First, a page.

This article considers Virginia Woolf’s late writing—The Years, Three Guineas, and Between the Acts—in the context of recent shifts within modernist studies. It examines a range of scholarly narratives about this period of Woolf’s writing, arguing for the importance of considering these three works alongside one another. Faced with the rise of fascism and the onset of World War II, Woolf became increasingly concerned not only with political change, but also with the forms and modes through which the sociopolitical is represented. Her own pacifist, feminist interrogation of the forces of tyranny at home and abroad led her to test out different genres and media as a response to political crisis. In particular, her late writing is characterized by a desire to defamiliarize conventional (whether militaristic or misogynist) ways of seeing and thinking.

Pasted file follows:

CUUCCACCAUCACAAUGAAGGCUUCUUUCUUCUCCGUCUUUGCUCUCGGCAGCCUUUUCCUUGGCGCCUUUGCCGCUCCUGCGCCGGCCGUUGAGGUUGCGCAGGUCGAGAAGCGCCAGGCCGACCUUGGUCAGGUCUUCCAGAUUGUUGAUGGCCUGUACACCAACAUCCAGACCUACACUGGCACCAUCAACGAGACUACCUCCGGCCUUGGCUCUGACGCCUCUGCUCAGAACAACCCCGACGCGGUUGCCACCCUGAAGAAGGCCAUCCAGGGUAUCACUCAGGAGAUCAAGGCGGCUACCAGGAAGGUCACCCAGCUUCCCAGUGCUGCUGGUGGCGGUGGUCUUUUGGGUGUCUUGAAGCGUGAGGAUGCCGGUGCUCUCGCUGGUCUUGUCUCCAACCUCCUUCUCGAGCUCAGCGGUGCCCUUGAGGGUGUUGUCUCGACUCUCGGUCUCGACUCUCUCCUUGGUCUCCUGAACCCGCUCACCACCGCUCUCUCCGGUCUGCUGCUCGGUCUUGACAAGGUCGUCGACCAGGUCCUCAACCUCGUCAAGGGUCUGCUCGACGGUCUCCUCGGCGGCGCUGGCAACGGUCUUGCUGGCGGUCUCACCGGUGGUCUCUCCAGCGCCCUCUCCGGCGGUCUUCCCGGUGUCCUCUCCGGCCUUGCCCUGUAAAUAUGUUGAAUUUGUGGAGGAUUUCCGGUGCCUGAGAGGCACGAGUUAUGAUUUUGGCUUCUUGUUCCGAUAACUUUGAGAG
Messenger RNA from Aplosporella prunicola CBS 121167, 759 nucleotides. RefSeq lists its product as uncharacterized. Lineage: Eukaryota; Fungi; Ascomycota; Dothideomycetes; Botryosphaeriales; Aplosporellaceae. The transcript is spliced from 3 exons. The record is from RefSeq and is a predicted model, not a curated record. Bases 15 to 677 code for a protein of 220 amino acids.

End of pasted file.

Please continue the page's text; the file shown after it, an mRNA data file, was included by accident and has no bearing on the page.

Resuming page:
This article explores what it means for an African American writer to revisit his own relations to the legacies of modernism to address the fraught subject of modernizing Africa. It suggests that one may be able to explore the problem of writing the postcolonial state by turning to a visual form: that of photography, with its own histories of formal experimentation and response to social crisis. The article discusses this framework of modernity by looking at Richard Wright's transnational critique, Black Power: The Record of Reaction in a Land of Pathos. Black Power is an exemplary text of the self-reinvention of the black writer after modernism, confronting the eddying currents of modernity and its histories of forward motion and regression. The discussion considers Wright's uses of the photograph as an object with a radically mixed temporality.